Fixing What Was Needed to be Fixed. If I had not been able to deliver bad news, personnel problems could have gone from minor infractions to monstrous catastrophes. Yes, I may have been elevated to that position due do a combination of education, having proven myself in the workplace and circumstance, but there were still things I needed to become better at in order to step into the role and not fail miserably. Never underestimate the need to grow to respond to new challenges.

If you are stuck in a rut or have hit a plateau then perhaps you should change things up a bit and do everything you’ve never done.

Here are a few suggestions:

If you’ve been a talker, start listening. If you are a leader, there’s a strong chance that your followers who have something to say about your leadership. There’s probably good and probably bad. Ask your team members about your progress as a leader and see what they say as your positives and negatives.

If you’ve been slow to action, speed up. Organizations and departments on the move can only move as fast as their leadership. If you’re the type to cautiously and meticulously analyze decisions, try pulling the trigger a little bit sooner. The problem with mulling over a decision too much is that you can actually talk yourself out of a really good plan or opportunity. Paralysis by analysis is real. Take some chances and see what happens!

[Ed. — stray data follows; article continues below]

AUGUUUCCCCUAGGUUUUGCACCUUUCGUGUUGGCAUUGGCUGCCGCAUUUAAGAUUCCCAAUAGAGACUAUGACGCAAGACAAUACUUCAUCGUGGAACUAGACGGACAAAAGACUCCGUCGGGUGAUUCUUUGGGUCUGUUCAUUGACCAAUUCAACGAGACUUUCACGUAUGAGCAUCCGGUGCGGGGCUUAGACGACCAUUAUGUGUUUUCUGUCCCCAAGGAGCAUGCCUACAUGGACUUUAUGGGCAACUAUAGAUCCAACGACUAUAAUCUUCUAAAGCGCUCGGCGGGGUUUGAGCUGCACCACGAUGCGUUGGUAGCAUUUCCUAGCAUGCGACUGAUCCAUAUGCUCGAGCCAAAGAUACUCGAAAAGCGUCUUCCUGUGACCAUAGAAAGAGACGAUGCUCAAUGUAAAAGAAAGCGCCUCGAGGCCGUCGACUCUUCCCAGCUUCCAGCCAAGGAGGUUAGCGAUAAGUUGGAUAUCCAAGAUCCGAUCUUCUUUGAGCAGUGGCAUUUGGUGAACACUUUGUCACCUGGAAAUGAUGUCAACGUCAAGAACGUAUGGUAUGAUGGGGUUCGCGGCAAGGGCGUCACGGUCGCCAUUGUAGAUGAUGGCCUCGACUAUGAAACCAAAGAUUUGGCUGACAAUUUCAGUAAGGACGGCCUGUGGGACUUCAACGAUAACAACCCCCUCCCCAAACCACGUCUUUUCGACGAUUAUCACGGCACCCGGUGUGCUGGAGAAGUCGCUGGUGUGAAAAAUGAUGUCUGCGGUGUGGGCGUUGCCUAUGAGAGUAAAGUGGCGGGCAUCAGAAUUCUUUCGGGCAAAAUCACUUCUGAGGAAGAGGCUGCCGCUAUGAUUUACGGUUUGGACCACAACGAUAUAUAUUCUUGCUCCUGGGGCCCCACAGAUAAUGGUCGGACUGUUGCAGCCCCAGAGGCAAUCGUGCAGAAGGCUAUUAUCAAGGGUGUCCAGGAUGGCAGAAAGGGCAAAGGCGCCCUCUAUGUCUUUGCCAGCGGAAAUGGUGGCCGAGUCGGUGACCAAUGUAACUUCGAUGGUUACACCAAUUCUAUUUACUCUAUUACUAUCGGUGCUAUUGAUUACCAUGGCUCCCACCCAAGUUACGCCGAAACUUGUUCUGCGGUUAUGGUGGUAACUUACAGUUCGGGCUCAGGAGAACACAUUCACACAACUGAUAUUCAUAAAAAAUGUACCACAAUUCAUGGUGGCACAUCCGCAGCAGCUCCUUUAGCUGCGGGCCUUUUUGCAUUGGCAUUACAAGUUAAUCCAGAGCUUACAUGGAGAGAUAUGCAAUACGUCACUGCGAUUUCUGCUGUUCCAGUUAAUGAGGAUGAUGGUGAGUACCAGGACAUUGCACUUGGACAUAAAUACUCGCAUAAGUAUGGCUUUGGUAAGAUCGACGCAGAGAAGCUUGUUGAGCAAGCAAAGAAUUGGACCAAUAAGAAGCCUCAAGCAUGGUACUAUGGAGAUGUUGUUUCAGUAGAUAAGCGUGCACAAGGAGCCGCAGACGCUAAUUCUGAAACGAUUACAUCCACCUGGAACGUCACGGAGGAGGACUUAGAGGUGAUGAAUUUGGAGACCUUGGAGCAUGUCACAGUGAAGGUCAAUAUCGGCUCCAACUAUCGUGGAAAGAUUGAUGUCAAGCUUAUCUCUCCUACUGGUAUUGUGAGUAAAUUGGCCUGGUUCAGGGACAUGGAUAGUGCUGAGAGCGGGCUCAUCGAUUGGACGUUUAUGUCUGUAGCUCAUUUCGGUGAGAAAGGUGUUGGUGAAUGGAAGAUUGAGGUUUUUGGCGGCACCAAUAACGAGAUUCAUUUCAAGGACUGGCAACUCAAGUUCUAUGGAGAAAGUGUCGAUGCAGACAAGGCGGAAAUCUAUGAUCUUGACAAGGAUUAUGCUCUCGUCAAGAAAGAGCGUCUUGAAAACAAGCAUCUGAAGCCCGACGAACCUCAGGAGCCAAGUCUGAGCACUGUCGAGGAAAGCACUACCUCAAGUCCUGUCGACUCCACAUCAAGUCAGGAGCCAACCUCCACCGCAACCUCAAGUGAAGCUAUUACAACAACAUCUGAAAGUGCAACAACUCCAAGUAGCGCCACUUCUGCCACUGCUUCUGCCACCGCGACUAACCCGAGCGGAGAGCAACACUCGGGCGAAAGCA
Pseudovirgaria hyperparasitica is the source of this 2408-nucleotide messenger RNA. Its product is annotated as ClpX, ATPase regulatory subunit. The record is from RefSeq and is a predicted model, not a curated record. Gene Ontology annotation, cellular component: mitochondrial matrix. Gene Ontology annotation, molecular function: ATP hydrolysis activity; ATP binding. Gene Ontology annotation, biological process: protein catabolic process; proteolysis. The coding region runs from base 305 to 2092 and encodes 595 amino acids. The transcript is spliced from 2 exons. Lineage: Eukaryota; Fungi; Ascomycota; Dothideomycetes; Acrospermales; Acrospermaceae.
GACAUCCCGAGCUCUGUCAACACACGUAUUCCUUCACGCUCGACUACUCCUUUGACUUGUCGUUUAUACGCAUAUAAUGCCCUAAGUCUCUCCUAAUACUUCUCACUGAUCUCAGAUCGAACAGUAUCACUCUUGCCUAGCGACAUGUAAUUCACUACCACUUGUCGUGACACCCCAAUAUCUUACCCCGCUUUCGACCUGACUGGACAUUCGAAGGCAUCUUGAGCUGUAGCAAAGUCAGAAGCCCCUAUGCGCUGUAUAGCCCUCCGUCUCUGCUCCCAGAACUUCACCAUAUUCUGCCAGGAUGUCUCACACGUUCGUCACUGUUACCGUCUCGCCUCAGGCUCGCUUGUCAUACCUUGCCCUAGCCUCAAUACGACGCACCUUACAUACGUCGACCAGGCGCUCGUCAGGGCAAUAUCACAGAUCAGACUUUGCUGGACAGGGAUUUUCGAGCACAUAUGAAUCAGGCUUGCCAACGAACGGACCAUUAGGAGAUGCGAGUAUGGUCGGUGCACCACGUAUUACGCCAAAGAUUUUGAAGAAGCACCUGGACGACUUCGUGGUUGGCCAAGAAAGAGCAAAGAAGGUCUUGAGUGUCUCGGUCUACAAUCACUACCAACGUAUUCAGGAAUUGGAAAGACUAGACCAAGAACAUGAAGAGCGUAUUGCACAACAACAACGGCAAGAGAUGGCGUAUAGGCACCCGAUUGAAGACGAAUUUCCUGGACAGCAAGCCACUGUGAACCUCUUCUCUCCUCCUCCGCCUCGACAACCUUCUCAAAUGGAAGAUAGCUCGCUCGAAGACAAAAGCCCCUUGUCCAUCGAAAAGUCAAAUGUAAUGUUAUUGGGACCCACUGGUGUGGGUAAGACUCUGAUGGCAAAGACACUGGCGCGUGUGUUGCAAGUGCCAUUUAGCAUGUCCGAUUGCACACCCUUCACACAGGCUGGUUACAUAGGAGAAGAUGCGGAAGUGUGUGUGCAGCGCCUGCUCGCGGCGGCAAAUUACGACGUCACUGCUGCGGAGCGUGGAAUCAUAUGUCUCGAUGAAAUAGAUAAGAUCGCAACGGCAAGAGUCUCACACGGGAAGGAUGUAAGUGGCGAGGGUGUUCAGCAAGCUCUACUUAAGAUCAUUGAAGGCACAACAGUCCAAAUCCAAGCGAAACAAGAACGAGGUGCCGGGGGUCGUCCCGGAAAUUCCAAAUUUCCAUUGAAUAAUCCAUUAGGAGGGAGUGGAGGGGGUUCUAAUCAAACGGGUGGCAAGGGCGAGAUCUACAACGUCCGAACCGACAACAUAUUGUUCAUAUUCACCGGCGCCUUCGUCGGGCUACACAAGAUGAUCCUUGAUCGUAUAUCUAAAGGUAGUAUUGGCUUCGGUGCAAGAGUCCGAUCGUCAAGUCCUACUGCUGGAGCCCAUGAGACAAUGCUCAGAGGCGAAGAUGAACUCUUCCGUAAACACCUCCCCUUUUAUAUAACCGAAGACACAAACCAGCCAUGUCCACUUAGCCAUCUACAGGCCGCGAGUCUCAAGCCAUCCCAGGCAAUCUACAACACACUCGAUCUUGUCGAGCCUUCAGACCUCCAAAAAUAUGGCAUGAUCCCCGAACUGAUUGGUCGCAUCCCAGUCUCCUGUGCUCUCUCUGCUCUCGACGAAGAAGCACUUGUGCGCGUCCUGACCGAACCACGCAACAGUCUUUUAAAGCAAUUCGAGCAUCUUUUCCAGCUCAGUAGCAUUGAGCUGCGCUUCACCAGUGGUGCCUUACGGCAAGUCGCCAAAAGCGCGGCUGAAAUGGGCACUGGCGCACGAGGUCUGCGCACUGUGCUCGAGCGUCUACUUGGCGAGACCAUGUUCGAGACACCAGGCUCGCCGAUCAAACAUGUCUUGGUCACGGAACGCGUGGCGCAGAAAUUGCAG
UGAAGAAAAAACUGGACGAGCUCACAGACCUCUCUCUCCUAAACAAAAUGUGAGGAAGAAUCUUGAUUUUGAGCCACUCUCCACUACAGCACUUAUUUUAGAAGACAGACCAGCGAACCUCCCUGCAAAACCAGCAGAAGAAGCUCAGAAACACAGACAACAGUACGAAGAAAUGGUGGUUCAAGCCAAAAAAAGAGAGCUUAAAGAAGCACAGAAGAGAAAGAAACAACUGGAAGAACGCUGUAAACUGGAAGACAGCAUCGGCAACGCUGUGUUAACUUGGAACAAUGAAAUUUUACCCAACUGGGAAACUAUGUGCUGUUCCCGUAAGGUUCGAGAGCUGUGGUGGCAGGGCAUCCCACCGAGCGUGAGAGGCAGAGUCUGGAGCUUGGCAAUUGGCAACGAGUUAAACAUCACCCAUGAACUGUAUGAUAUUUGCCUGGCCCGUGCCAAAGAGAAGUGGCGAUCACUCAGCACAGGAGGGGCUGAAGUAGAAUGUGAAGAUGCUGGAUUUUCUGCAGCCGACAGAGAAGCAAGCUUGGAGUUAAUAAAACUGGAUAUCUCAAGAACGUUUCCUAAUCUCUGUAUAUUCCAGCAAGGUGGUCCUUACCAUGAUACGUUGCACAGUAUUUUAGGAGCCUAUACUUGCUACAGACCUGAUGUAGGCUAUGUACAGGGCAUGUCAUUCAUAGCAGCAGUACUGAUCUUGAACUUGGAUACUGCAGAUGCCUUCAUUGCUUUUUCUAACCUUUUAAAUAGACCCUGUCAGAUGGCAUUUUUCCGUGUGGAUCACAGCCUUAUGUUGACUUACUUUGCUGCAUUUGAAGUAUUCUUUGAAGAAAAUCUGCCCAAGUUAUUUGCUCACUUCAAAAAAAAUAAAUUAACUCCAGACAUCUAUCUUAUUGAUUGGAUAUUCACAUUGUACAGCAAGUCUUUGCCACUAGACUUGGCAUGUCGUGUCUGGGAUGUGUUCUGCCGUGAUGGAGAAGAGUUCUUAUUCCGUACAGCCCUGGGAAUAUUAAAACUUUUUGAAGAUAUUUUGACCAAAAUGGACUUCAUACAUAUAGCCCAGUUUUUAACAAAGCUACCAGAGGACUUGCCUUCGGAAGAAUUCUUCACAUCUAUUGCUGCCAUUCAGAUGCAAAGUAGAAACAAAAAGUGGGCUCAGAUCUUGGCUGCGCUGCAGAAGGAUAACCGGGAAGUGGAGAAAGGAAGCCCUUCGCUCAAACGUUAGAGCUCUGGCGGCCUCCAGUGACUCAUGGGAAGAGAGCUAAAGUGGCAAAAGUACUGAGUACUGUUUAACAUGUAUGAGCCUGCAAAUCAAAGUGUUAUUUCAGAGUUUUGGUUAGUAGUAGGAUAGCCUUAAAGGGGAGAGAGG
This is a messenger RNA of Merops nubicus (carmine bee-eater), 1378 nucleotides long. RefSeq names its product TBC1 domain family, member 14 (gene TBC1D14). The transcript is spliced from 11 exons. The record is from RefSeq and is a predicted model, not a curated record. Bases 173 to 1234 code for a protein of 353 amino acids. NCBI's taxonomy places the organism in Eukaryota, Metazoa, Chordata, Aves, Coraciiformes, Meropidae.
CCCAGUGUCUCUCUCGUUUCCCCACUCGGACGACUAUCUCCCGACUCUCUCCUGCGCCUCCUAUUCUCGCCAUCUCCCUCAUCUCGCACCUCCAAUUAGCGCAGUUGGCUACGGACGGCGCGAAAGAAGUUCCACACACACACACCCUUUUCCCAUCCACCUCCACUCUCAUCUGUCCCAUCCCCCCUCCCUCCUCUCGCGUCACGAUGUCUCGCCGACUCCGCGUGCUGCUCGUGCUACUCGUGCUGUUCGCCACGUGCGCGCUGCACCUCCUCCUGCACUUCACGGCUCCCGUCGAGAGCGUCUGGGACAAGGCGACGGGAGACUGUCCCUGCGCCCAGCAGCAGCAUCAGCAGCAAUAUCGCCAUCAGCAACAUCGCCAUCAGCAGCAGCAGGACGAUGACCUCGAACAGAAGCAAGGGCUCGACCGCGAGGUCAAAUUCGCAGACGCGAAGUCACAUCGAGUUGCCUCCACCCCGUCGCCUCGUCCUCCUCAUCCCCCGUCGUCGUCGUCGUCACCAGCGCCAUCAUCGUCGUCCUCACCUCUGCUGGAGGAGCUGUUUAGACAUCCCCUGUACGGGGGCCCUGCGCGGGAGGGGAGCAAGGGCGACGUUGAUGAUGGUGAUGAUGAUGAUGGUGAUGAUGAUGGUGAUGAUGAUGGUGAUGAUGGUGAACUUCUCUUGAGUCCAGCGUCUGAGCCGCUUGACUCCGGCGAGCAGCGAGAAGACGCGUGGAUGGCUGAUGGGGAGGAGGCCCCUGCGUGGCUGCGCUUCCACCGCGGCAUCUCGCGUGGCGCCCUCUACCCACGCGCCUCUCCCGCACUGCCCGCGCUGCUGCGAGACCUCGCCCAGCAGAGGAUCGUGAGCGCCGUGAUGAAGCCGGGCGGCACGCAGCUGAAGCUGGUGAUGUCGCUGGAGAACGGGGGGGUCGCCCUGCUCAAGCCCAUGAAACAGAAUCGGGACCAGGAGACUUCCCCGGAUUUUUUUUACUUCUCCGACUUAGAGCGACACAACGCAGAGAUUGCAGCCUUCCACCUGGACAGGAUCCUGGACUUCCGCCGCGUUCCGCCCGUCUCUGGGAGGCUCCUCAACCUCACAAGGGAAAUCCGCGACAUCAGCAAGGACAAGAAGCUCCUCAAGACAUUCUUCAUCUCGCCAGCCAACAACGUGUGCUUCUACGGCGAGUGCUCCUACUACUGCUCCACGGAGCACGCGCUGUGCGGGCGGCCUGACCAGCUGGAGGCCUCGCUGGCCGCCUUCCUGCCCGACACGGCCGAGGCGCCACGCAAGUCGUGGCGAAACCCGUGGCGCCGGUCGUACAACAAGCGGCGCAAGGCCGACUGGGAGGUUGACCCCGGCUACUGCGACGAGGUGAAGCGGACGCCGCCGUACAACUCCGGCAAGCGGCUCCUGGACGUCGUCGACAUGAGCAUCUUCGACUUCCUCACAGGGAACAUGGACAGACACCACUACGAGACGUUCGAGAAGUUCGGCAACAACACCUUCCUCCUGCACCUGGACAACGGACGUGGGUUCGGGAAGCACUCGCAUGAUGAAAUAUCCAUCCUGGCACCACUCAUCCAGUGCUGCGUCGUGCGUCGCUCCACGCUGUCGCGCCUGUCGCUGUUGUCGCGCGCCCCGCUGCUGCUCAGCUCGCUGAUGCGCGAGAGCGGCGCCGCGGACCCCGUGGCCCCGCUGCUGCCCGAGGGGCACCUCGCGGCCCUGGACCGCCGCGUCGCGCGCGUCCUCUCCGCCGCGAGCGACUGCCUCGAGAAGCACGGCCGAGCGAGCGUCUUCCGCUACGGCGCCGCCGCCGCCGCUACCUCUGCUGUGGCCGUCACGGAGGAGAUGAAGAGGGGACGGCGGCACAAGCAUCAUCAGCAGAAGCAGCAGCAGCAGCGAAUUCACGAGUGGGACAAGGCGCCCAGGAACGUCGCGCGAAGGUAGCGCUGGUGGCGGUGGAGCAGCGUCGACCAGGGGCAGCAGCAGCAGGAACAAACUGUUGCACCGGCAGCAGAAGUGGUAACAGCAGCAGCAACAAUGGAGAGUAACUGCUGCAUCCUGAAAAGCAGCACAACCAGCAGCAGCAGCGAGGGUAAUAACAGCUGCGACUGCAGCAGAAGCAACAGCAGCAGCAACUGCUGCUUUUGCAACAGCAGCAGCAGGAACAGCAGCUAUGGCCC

If you’re a micromanager or task hoarder, loosen up. If this is your mode of operation and you have been successful, I have great news – life gets so much better when you loosen up! It’s a better use of your time to teach people how to do things than trying to do them yourself. Trust your team members to do a good job, coach them, and set up quality assurance measures so that you can go on to do more leadership activity for your team.

If you want to be liked, ask yourself why. This one obviously personal but maybe you can relate. You will need to realize that whether or not someone likes you, you still have to do your job effectively. Of course not everyone is going to like “bad news” or like “change” but if it is better for them and for the organization then you must do what it takes to ensure that everyone’s best interest is taken care of.